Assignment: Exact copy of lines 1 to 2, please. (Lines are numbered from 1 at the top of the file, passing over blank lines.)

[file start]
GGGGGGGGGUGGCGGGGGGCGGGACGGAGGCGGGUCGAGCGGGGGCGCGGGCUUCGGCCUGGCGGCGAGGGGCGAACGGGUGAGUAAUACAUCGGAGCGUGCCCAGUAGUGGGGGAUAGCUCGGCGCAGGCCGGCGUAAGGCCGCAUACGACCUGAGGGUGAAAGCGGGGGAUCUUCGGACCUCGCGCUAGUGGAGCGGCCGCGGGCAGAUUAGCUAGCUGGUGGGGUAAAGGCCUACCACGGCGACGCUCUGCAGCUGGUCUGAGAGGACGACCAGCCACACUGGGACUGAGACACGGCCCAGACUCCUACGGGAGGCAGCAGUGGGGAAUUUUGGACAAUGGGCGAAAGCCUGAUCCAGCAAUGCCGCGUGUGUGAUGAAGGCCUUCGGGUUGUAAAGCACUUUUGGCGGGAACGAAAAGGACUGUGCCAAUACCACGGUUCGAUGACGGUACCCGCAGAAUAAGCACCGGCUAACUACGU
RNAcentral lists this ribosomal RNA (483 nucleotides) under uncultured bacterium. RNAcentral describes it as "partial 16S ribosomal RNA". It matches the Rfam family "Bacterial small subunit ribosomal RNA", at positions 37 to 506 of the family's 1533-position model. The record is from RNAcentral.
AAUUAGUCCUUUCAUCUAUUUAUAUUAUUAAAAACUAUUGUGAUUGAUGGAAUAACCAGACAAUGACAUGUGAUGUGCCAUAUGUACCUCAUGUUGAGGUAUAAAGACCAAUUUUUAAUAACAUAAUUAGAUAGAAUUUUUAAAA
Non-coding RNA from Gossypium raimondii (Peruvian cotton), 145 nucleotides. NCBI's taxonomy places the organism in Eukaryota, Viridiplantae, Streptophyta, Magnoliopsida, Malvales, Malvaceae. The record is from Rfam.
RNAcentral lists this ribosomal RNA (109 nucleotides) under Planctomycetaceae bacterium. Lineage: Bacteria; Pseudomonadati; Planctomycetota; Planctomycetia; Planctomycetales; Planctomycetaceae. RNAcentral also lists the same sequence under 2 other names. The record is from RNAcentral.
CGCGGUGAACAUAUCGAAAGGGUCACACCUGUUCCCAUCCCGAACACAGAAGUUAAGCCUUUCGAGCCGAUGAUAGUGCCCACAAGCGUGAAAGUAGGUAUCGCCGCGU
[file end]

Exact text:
GGGGGGGGGUGGCGGGGGGCGGGACGGAGGCGGGUCGAGCGGGGGCGCGGGCUUCGGCCUGGCGGCGAGGGGCGAACGGGUGAGUAAUACAUCGGAGCGUGCCCAGUAGUGGGGGAUAGCUCGGCGCAGGCCGGCGUAAGGCCGCAUACGACCUGAGGGUGAAAGCGGGGGAUCUUCGGACCUCGCGCUAGUGGAGCGGCCGCGGGCAGAUUAGCUAGCUGGUGGGGUAAAGGCCUACCACGGCGACGCUCUGCAGCUGGUCUGAGAGGACGACCAGCCACACUGGGACUGAGACACGGCCCAGACUCCUACGGGAGGCAGCAGUGGGGAAUUUUGGACAAUGGGCGAAAGCCUGAUCCAGCAAUGCCGCGUGUGUGAUGAAGGCCUUCGGGUUGUAAAGCACUUUUGGCGGGAACGAAAAGGACUGUGCCAAUACCACGGUUCGAUGACGGUACCCGCAGAAUAAGCACCGGCUAACUACGU
RNAcentral lists this ribosomal RNA (483 nucleotides) under uncultured bacterium. RNAcentral describes it as "partial 16S ribosomal RNA". It matches the Rfam family "Bacterial small subunit ribosomal RNA", at positions 37 to 506 of the family's 1533-position model. The record is from RNAcentral.